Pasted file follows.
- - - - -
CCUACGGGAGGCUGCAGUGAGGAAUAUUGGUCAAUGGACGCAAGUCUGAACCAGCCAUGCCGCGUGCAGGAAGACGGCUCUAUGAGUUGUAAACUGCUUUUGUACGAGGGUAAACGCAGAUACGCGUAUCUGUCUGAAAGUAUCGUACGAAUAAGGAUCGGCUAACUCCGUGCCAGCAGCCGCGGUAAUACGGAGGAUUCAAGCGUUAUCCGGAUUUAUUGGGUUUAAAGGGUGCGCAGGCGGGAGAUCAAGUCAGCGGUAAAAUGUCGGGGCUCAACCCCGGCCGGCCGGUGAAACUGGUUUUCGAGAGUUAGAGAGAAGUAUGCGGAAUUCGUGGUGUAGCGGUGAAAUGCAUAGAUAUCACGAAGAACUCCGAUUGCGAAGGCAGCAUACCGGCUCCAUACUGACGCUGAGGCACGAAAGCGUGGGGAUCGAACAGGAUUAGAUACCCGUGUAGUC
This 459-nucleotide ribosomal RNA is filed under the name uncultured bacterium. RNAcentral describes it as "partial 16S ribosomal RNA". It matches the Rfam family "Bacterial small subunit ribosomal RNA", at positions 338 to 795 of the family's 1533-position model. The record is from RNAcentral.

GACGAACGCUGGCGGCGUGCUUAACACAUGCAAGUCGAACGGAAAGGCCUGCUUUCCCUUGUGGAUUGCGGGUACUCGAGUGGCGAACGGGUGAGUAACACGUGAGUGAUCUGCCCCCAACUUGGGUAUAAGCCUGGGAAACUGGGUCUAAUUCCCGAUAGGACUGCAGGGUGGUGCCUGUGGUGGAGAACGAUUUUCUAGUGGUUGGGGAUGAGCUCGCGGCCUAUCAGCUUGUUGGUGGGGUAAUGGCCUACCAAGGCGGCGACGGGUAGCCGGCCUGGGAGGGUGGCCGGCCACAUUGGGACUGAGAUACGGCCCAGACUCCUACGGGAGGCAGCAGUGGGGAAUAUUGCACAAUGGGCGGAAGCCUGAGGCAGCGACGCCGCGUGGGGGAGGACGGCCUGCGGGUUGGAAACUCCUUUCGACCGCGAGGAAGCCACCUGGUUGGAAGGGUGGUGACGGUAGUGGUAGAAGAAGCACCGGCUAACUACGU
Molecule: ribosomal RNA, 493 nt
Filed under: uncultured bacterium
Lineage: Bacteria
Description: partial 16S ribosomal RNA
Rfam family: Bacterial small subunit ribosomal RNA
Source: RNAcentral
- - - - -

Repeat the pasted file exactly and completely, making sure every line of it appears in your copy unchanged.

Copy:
CCUACGGGAGGCUGCAGUGAGGAAUAUUGGUCAAUGGACGCAAGUCUGAACCAGCCAUGCCGCGUGCAGGAAGACGGCUCUAUGAGUUGUAAACUGCUUUUGUACGAGGGUAAACGCAGAUACGCGUAUCUGUCUGAAAGUAUCGUACGAAUAAGGAUCGGCUAACUCCGUGCCAGCAGCCGCGGUAAUACGGAGGAUUCAAGCGUUAUCCGGAUUUAUUGGGUUUAAAGGGUGCGCAGGCGGGAGAUCAAGUCAGCGGUAAAAUGUCGGGGCUCAACCCCGGCCGGCCGGUGAAACUGGUUUUCGAGAGUUAGAGAGAAGUAUGCGGAAUUCGUGGUGUAGCGGUGAAAUGCAUAGAUAUCACGAAGAACUCCGAUUGCGAAGGCAGCAUACCGGCUCCAUACUGACGCUGAGGCACGAAAGCGUGGGGAUCGAACAGGAUUAGAUACCCGUGUAGUC
This 459-nucleotide ribosomal RNA is filed under the name uncultured bacterium. RNAcentral describes it as "partial 16S ribosomal RNA". It matches the Rfam family "Bacterial small subunit ribosomal RNA", at positions 338 to 795 of the family's 1533-position model. The record is from RNAcentral.

GACGAACGCUGGCGGCGUGCUUAACACAUGCAAGUCGAACGGAAAGGCCUGCUUUCCCUUGUGGAUUGCGGGUACUCGAGUGGCGAACGGGUGAGUAACACGUGAGUGAUCUGCCCCCAACUUGGGUAUAAGCCUGGGAAACUGGGUCUAAUUCCCGAUAGGACUGCAGGGUGGUGCCUGUGGUGGAGAACGAUUUUCUAGUGGUUGGGGAUGAGCUCGCGGCCUAUCAGCUUGUUGGUGGGGUAAUGGCCUACCAAGGCGGCGACGGGUAGCCGGCCUGGGAGGGUGGCCGGCCACAUUGGGACUGAGAUACGGCCCAGACUCCUACGGGAGGCAGCAGUGGGGAAUAUUGCACAAUGGGCGGAAGCCUGAGGCAGCGACGCCGCGUGGGGGAGGACGGCCUGCGGGUUGGAAACUCCUUUCGACCGCGAGGAAGCCACCUGGUUGGAAGGGUGGUGACGGUAGUGGUAGAAGAAGCACCGGCUAACUACGU
Molecule: ribosomal RNA, 493 nt
Filed under: uncultured bacterium
Lineage: Bacteria
Description: partial 16S ribosomal RNA
Rfam family: Bacterial small subunit ribosomal RNA
Source: RNAcentral